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Hermitian and Non-Hermitian Topology from Photon-Mediated Interactions
preprintposted on 2023-03-04, 17:00 authored by Federico Roccati, Miguel Bello, Zongping Gong, Masahito Ueda, Francesco Ciccarello, Aurélia Chenu, Angelo Carollo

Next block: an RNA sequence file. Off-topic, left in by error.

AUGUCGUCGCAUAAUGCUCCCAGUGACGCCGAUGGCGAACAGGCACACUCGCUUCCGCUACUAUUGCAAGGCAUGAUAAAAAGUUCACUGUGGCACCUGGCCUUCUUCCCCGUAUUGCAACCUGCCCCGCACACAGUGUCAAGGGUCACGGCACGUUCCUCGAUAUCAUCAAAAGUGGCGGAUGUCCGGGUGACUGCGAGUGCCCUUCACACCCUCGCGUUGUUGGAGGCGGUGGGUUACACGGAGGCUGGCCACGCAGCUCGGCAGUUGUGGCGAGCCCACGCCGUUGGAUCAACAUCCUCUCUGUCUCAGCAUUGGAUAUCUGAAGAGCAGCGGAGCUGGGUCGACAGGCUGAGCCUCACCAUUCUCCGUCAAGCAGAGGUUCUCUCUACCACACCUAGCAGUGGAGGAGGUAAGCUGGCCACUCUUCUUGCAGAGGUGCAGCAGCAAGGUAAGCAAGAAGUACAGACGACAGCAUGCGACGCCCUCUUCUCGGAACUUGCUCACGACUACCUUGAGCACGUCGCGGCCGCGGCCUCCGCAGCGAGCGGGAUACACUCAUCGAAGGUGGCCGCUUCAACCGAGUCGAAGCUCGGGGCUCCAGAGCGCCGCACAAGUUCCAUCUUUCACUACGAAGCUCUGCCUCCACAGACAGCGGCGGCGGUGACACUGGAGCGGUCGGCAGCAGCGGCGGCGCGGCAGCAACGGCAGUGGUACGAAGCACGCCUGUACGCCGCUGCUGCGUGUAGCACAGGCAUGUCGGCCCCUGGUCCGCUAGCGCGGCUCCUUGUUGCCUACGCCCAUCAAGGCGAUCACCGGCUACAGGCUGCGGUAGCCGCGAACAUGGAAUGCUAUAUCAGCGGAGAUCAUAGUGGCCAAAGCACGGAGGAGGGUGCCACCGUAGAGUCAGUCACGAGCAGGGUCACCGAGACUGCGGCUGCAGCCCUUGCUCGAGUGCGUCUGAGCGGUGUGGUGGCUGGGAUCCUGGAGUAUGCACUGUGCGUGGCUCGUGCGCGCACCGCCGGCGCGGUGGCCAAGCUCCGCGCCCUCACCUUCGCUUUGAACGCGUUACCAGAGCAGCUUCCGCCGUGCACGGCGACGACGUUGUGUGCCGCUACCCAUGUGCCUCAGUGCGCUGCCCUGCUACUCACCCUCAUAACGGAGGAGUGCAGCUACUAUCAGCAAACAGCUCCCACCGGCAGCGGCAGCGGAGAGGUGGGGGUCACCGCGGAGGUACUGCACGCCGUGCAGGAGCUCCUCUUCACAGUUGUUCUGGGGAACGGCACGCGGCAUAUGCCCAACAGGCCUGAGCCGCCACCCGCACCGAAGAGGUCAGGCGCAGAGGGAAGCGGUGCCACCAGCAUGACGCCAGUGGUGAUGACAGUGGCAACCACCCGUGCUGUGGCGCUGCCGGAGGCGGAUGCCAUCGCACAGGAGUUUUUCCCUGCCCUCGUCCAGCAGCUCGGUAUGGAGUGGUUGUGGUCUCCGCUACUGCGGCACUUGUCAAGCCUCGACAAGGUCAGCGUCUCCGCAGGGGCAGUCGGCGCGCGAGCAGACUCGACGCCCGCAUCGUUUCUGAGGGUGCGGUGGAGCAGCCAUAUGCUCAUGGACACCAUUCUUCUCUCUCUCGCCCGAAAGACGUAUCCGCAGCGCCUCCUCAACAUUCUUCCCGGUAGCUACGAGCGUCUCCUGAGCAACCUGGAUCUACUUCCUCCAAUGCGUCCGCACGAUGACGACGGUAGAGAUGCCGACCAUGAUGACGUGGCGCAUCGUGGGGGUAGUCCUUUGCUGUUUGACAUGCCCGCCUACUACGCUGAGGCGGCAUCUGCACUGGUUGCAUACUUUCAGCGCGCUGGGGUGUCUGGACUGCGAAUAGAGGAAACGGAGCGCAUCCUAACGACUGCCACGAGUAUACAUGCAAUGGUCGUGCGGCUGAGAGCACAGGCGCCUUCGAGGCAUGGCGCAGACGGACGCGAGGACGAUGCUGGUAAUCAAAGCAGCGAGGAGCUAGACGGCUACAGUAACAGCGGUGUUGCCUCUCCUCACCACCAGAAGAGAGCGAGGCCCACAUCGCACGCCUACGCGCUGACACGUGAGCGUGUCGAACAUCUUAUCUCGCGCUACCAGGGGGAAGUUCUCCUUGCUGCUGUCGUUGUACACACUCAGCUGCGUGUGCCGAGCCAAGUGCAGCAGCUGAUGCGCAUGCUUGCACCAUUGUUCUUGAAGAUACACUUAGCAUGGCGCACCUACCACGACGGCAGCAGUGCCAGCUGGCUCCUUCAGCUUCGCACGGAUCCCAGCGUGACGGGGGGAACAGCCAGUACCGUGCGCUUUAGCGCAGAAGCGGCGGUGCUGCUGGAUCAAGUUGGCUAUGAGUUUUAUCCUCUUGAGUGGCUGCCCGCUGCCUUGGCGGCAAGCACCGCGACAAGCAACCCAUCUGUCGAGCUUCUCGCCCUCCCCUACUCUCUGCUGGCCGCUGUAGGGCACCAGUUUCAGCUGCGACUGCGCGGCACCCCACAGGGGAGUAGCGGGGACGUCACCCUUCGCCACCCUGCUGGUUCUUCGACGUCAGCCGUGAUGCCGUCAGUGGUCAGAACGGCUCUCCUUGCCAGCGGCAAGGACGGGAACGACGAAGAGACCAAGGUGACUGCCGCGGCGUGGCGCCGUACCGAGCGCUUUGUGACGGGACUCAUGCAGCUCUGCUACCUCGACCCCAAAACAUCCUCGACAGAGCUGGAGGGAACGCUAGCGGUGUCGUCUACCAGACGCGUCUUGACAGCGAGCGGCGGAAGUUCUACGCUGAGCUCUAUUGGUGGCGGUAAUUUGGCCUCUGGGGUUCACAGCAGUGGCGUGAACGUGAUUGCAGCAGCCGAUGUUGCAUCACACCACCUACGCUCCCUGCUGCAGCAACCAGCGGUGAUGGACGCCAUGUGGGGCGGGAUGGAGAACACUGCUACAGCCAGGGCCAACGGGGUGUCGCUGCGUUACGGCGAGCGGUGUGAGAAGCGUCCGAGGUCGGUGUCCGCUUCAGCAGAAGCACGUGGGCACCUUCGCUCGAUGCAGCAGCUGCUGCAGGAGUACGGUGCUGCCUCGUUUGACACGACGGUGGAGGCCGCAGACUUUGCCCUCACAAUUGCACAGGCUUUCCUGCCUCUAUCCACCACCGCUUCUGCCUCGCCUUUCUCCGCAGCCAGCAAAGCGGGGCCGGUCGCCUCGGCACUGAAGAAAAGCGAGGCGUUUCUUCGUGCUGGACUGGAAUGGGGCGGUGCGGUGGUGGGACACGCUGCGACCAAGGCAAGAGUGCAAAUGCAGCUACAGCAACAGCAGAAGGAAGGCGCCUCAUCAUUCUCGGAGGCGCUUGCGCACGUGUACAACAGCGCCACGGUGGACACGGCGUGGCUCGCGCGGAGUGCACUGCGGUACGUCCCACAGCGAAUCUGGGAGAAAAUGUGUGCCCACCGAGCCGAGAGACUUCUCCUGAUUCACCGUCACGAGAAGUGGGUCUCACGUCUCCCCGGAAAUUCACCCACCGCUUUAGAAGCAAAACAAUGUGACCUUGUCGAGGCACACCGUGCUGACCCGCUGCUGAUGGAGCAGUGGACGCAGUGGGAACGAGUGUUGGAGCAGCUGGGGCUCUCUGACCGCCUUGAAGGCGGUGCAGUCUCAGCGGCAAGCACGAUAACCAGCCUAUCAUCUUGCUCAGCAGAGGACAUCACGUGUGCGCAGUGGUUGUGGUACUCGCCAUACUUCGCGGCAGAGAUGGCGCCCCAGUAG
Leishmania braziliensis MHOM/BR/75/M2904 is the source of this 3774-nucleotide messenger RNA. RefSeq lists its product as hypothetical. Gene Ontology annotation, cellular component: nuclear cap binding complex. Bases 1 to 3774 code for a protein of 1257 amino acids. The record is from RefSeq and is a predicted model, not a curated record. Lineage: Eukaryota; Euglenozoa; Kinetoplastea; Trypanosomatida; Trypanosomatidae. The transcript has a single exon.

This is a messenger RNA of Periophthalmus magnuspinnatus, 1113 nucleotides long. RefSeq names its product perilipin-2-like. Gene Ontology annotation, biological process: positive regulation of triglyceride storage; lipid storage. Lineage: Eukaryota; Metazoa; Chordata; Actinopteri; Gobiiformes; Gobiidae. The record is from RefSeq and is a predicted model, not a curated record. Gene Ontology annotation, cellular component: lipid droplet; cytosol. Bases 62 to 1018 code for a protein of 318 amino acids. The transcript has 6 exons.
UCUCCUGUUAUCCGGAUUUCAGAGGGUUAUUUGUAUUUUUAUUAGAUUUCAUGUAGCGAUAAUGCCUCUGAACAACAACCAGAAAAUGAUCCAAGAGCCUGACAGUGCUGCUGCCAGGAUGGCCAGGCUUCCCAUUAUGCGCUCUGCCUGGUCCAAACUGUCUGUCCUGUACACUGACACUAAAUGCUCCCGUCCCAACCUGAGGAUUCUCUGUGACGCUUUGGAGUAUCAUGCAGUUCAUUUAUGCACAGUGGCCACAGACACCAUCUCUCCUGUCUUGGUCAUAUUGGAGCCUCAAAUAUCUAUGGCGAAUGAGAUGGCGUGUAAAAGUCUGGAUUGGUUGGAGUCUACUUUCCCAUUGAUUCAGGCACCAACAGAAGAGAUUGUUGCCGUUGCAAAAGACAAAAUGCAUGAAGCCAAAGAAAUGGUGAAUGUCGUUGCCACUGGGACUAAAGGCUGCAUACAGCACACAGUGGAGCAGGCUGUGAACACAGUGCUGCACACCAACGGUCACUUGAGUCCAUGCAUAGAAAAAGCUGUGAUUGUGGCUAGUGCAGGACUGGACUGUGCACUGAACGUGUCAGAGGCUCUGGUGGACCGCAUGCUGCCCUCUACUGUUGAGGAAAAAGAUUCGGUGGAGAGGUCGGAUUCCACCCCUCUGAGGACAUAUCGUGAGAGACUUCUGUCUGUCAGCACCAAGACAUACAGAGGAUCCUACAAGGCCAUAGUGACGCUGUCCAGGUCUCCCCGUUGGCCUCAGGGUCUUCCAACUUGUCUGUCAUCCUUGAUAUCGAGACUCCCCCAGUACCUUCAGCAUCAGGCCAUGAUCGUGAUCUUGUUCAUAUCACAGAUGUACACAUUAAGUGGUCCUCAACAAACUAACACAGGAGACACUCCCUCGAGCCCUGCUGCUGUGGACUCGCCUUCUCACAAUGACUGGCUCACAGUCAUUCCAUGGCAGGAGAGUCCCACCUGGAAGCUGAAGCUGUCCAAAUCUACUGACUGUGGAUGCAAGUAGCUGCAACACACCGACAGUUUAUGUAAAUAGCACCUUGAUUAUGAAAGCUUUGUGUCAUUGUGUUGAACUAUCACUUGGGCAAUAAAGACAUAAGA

Light can mediate effective dipole-dipole interactions between atoms or quantum emitters coupled to a common environment. Exploiting them to tailor a desired effective Hamiltonian can have major applications and advance the search for many-body phases. Quantum technologies are mature enough to engineer large photonic lattices with sophisticated structures coupled to quantum emitters. In this context, a fundamental problem is to find general criteria to tailor a photonic environment that mediates a desired effective Hamiltonian of the atoms. Among these criteria, topological properties are of utmost importance since an effective atomic Hamiltonian endowed with a non-trivial topology can be protected against disorder and imperfections. Here, we find general theorems that govern the topological properties (if any) of photon-mediated Hamiltonians in terms of both Hermitian and non-Hermitian topological invariants, thus unveiling a system-bath topological correspondence. The results depend on the number of emitters relative to the number of resonators. For a photonic lattice where each mode is coupled to a single quantum emitter, the Altland-Zirnbauer classification of topological insulators allows us to link the topology of the atoms to that of the photonic bath: we unveil the phenomena of topological preservation and reversal to the effect that the atomic topology can be the same or opposite to the photonic one, depending on Hermiticity of the photonic system and on the parity of the spatial dimension. As a consequence, the bulk-edge correspondence implies the existence of atomic boundary modes with the group velocity opposite to the photonic ones in a 2D Hermitian topological system. If there are fewer emitters than photonic modes, the atomic system is less constrained and no general photon-atom topological correspondence can be found. We show this with two counterexamples.